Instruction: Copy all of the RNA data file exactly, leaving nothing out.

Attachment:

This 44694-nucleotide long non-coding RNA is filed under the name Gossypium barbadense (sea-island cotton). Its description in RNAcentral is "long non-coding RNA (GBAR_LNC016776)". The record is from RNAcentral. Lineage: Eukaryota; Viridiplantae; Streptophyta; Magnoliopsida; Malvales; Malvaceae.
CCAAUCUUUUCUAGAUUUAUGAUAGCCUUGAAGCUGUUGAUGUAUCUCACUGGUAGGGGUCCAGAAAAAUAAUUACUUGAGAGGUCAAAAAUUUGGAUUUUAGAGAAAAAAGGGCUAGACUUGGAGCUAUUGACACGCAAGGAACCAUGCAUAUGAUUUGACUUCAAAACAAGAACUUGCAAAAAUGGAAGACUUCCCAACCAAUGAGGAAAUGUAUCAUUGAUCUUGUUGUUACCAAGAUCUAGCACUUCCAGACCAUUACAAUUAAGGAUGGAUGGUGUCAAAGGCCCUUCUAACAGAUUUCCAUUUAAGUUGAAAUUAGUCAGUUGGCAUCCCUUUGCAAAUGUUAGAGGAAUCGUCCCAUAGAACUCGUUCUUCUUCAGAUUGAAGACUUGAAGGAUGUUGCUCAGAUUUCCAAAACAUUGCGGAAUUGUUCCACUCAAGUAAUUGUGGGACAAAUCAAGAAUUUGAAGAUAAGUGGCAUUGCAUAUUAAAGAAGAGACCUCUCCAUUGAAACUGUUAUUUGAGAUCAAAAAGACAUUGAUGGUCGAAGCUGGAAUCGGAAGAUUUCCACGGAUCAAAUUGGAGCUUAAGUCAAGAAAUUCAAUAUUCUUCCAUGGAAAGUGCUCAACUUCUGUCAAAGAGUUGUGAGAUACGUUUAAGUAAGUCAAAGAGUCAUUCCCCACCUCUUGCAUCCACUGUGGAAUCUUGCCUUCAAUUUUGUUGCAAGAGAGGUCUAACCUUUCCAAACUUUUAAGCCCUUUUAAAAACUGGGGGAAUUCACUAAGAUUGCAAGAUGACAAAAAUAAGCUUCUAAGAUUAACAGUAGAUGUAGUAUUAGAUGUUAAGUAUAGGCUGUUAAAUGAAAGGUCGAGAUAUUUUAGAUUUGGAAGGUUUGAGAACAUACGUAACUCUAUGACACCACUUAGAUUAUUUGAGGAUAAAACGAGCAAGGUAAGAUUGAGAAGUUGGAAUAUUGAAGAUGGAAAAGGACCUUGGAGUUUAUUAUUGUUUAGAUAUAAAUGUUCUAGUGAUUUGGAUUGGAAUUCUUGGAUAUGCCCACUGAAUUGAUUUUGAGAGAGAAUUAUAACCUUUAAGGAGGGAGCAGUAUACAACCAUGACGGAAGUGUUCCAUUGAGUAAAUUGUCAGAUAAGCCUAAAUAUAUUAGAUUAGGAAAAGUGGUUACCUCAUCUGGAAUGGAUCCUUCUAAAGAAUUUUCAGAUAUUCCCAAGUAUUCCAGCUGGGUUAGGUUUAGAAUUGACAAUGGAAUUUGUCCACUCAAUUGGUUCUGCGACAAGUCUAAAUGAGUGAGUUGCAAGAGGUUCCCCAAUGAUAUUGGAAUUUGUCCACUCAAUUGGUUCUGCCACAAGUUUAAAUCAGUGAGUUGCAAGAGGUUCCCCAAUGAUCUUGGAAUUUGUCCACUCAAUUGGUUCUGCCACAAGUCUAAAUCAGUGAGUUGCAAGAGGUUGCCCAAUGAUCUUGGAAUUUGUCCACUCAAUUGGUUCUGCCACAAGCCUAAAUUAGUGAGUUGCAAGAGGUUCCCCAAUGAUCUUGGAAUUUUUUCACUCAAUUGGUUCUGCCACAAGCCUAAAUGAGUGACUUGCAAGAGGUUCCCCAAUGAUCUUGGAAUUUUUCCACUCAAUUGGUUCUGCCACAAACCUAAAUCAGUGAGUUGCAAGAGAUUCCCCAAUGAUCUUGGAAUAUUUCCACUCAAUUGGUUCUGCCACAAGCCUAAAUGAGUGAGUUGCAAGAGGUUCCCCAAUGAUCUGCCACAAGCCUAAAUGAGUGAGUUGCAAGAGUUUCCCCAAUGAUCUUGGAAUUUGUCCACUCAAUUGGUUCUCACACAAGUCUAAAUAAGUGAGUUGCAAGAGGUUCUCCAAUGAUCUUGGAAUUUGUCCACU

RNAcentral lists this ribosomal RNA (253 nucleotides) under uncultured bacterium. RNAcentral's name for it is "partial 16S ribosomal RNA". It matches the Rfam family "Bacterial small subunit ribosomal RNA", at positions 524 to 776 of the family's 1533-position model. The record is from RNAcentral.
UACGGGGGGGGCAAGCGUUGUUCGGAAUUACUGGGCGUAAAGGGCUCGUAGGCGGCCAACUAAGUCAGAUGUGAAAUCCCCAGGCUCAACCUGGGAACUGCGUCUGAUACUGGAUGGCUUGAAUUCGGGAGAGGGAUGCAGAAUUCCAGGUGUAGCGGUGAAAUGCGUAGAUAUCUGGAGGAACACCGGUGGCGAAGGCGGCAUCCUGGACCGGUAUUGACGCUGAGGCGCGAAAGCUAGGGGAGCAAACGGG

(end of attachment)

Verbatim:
This 44694-nucleotide long non-coding RNA is filed under the name Gossypium barbadense (sea-island cotton). Its description in RNAcentral is "long non-coding RNA (GBAR_LNC016776)". The record is from RNAcentral. Lineage: Eukaryota; Viridiplantae; Streptophyta; Magnoliopsida; Malvales; Malvaceae.
CCAAUCUUUUCUAGAUUUAUGAUAGCCUUGAAGCUGUUGAUGUAUCUCACUGGUAGGGGUCCAGAAAAAUAAUUACUUGAGAGGUCAAAAAUUUGGAUUUUAGAGAAAAAAGGGCUAGACUUGGAGCUAUUGACACGCAAGGAACCAUGCAUAUGAUUUGACUUCAAAACAAGAACUUGCAAAAAUGGAAGACUUCCCAACCAAUGAGGAAAUGUAUCAUUGAUCUUGUUGUUACCAAGAUCUAGCACUUCCAGACCAUUACAAUUAAGGAUGGAUGGUGUCAAAGGCCCUUCUAACAGAUUUCCAUUUAAGUUGAAAUUAGUCAGUUGGCAUCCCUUUGCAAAUGUUAGAGGAAUCGUCCCAUAGAACUCGUUCUUCUUCAGAUUGAAGACUUGAAGGAUGUUGCUCAGAUUUCCAAAACAUUGCGGAAUUGUUCCACUCAAGUAAUUGUGGGACAAAUCAAGAAUUUGAAGAUAAGUGGCAUUGCAUAUUAAAGAAGAGACCUCUCCAUUGAAACUGUUAUUUGAGAUCAAAAAGACAUUGAUGGUCGAAGCUGGAAUCGGAAGAUUUCCACGGAUCAAAUUGGAGCUUAAGUCAAGAAAUUCAAUAUUCUUCCAUGGAAAGUGCUCAACUUCUGUCAAAGAGUUGUGAGAUACGUUUAAGUAAGUCAAAGAGUCAUUCCCCACCUCUUGCAUCCACUGUGGAAUCUUGCCUUCAAUUUUGUUGCAAGAGAGGUCUAACCUUUCCAAACUUUUAAGCCCUUUUAAAAACUGGGGGAAUUCACUAAGAUUGCAAGAUGACAAAAAUAAGCUUCUAAGAUUAACAGUAGAUGUAGUAUUAGAUGUUAAGUAUAGGCUGUUAAAUGAAAGGUCGAGAUAUUUUAGAUUUGGAAGGUUUGAGAACAUACGUAACUCUAUGACACCACUUAGAUUAUUUGAGGAUAAAACGAGCAAGGUAAGAUUGAGAAGUUGGAAUAUUGAAGAUGGAAAAGGACCUUGGAGUUUAUUAUUGUUUAGAUAUAAAUGUUCUAGUGAUUUGGAUUGGAAUUCUUGGAUAUGCCCACUGAAUUGAUUUUGAGAGAGAAUUAUAACCUUUAAGGAGGGAGCAGUAUACAACCAUGACGGAAGUGUUCCAUUGAGUAAAUUGUCAGAUAAGCCUAAAUAUAUUAGAUUAGGAAAAGUGGUUACCUCAUCUGGAAUGGAUCCUUCUAAAGAAUUUUCAGAUAUUCCCAAGUAUUCCAGCUGGGUUAGGUUUAGAAUUGACAAUGGAAUUUGUCCACUCAAUUGGUUCUGCGACAAGUCUAAAUGAGUGAGUUGCAAGAGGUUCCCCAAUGAUAUUGGAAUUUGUCCACUCAAUUGGUUCUGCCACAAGUUUAAAUCAGUGAGUUGCAAGAGGUUCCCCAAUGAUCUUGGAAUUUGUCCACUCAAUUGGUUCUGCCACAAGUCUAAAUCAGUGAGUUGCAAGAGGUUGCCCAAUGAUCUUGGAAUUUGUCCACUCAAUUGGUUCUGCCACAAGCCUAAAUUAGUGAGUUGCAAGAGGUUCCCCAAUGAUCUUGGAAUUUUUUCACUCAAUUGGUUCUGCCACAAGCCUAAAUGAGUGACUUGCAAGAGGUUCCCCAAUGAUCUUGGAAUUUUUCCACUCAAUUGGUUCUGCCACAAACCUAAAUCAGUGAGUUGCAAGAGAUUCCCCAAUGAUCUUGGAAUAUUUCCACUCAAUUGGUUCUGCCACAAGCCUAAAUGAGUGAGUUGCAAGAGGUUCCCCAAUGAUCUGCCACAAGCCUAAAUGAGUGAGUUGCAAGAGUUUCCCCAAUGAUCUUGGAAUUUGUCCACUCAAUUGGUUCUCACACAAGUCUAAAUAAGUGAGUUGCAAGAGGUUCUCCAAUGAUCUUGGAAUUUGUCCACU

RNAcentral lists this ribosomal RNA (253 nucleotides) under uncultured bacterium. RNAcentral's name for it is "partial 16S ribosomal RNA". It matches the Rfam family "Bacterial small subunit ribosomal RNA", at positions 524 to 776 of the family's 1533-position model. The record is from RNAcentral.
UACGGGGGGGGCAAGCGUUGUUCGGAAUUACUGGGCGUAAAGGGCUCGUAGGCGGCCAACUAAGUCAGAUGUGAAAUCCCCAGGCUCAACCUGGGAACUGCGUCUGAUACUGGAUGGCUUGAAUUCGGGAGAGGGAUGCAGAAUUCCAGGUGUAGCGGUGAAAUGCGUAGAUAUCUGGAGGAACACCGGUGGCGAAGGCGGCAUCCUGGACCGGUAUUGACGCUGAGGCGCGAAAGCUAGGGGAGCAAACGGG